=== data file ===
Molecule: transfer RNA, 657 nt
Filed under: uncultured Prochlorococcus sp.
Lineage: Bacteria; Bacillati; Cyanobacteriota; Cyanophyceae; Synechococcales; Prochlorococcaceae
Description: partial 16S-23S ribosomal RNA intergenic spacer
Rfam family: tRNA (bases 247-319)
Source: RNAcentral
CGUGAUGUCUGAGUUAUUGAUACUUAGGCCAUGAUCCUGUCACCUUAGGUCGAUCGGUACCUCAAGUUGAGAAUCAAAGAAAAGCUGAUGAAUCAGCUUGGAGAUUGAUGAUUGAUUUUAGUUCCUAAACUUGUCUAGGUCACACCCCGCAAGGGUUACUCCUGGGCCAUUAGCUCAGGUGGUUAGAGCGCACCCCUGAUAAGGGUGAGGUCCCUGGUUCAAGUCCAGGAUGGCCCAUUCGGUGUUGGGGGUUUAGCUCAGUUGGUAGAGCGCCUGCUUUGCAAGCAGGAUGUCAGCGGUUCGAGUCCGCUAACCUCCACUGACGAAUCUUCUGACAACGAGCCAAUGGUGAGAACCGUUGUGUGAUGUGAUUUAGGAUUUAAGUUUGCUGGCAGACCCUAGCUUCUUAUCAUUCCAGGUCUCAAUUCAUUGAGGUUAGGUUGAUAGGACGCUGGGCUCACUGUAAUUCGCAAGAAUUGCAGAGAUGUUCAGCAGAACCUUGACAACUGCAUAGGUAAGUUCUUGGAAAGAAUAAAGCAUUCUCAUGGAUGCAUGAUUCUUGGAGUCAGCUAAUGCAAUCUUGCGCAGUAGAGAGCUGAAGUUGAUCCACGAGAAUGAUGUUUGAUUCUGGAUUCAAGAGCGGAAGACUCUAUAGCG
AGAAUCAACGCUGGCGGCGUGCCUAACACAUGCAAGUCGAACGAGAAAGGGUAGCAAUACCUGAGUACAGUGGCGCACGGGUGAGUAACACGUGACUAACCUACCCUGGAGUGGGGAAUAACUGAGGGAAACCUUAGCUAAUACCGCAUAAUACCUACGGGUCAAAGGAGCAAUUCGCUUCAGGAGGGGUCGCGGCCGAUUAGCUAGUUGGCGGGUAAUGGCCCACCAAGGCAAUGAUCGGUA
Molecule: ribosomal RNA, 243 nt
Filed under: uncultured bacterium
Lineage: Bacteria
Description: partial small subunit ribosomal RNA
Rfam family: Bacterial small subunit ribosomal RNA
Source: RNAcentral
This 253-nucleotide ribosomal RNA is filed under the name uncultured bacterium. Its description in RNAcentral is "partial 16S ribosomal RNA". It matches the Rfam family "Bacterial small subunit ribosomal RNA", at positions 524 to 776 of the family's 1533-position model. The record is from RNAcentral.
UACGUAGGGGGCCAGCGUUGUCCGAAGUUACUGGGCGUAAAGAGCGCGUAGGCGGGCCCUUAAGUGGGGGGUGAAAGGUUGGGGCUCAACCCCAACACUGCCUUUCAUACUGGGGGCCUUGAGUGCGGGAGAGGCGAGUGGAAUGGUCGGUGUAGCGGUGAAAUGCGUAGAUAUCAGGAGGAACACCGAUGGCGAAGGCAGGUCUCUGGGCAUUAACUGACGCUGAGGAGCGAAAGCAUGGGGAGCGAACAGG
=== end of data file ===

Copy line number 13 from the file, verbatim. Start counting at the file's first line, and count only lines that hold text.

Rfam family: Bacterial small subunit ribosomal RNA